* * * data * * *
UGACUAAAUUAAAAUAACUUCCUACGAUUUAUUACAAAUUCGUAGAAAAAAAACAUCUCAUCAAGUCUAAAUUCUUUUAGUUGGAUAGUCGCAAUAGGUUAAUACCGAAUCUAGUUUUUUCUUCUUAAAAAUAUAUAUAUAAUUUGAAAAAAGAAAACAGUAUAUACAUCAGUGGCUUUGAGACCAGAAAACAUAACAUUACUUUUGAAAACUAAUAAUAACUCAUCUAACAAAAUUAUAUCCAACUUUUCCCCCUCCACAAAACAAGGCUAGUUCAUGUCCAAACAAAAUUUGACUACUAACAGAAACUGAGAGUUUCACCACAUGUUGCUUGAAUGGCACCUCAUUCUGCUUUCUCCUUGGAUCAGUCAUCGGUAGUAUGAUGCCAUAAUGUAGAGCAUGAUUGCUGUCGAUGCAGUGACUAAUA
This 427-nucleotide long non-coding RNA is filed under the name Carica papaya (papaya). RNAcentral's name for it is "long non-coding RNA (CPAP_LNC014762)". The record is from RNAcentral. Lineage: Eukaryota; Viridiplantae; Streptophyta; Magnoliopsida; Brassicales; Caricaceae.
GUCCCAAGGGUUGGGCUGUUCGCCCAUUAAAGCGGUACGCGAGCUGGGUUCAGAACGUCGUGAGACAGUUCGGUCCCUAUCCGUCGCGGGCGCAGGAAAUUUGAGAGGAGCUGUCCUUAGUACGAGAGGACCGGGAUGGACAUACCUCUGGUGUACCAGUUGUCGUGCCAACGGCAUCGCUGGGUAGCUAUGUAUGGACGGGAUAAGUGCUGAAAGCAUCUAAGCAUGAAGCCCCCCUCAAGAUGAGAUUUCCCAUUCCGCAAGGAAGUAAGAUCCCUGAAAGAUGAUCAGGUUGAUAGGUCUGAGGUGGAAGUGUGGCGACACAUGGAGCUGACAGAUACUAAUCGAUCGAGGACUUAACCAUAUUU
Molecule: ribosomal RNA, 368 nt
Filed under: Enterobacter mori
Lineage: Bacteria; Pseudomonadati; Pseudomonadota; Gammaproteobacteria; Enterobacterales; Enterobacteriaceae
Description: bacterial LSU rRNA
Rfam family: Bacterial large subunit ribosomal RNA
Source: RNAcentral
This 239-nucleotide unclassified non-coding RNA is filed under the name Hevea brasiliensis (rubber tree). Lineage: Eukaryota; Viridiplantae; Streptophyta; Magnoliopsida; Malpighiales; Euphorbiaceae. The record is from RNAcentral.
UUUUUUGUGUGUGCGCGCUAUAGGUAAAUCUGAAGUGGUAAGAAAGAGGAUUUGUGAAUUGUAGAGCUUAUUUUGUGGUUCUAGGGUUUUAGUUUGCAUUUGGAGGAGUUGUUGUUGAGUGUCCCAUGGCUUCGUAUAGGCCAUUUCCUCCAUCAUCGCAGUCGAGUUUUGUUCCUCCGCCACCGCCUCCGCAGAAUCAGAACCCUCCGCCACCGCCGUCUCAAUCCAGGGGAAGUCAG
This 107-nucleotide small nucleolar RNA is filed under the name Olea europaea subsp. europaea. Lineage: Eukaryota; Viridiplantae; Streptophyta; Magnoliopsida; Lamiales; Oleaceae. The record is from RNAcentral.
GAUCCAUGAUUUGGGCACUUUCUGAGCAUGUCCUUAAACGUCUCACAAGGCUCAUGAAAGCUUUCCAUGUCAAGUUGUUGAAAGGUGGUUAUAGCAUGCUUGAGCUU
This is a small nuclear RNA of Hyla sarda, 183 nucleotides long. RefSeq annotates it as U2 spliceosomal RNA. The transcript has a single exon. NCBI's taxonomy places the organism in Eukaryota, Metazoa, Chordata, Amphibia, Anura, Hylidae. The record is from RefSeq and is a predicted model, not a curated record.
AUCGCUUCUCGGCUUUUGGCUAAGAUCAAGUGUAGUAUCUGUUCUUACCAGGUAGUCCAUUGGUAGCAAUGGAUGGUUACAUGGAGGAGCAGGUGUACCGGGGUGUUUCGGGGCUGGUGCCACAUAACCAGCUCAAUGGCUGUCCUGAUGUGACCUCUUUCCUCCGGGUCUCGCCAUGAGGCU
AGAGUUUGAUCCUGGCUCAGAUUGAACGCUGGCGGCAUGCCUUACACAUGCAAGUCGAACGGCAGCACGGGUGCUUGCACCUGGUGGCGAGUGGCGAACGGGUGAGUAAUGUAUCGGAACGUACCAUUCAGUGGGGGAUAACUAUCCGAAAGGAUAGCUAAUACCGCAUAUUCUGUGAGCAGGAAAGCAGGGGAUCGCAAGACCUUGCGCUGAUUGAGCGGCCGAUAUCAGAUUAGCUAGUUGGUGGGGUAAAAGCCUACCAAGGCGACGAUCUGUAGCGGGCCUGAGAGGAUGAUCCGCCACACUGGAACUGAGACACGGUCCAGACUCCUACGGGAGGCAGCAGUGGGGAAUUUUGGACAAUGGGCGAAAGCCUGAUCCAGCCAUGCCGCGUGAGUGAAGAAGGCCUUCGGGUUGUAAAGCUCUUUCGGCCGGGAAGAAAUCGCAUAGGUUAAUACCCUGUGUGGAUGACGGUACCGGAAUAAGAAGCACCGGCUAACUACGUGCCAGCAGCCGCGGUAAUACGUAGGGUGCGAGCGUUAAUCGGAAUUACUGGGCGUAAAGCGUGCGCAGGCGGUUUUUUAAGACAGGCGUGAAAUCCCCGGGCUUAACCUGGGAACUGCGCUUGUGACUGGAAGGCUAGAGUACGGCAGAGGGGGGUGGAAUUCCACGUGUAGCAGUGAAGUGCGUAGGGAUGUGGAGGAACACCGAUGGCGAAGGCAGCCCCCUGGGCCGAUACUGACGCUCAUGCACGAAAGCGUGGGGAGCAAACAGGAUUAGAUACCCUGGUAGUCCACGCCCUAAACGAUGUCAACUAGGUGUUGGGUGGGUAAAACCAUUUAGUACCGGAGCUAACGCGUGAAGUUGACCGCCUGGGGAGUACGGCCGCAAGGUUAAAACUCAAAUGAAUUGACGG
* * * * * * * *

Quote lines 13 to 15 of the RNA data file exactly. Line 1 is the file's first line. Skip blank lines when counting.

GAUCCAUGAUUUGGGCACUUUCUGAGCAUGUCCUUAAACGUCUCACAAGGCUCAUGAAAGCUUUCCAUGUCAAGUUGUUGAAAGGUGGUUAUAGCAUGCUUGAGCUU
This is a small nuclear RNA of Hyla sarda, 183 nucleotides long. RefSeq annotates it as U2 spliceosomal RNA. The transcript has a single exon. NCBI's taxonomy places the organism in Eukaryota, Metazoa, Chordata, Amphibia, Anura, Hylidae. The record is from RefSeq and is a predicted model, not a curated record.
AUCGCUUCUCGGCUUUUGGCUAAGAUCAAGUGUAGUAUCUGUUCUUACCAGGUAGUCCAUUGGUAGCAAUGGAUGGUUACAUGGAGGAGCAGGUGUACCGGGGUGUUUCGGGGCUGGUGCCACAUAACCAGCUCAAUGGCUGUCCUGAUGUGACCUCUUUCCUCCGGGUCUCGCCAUGAGGCU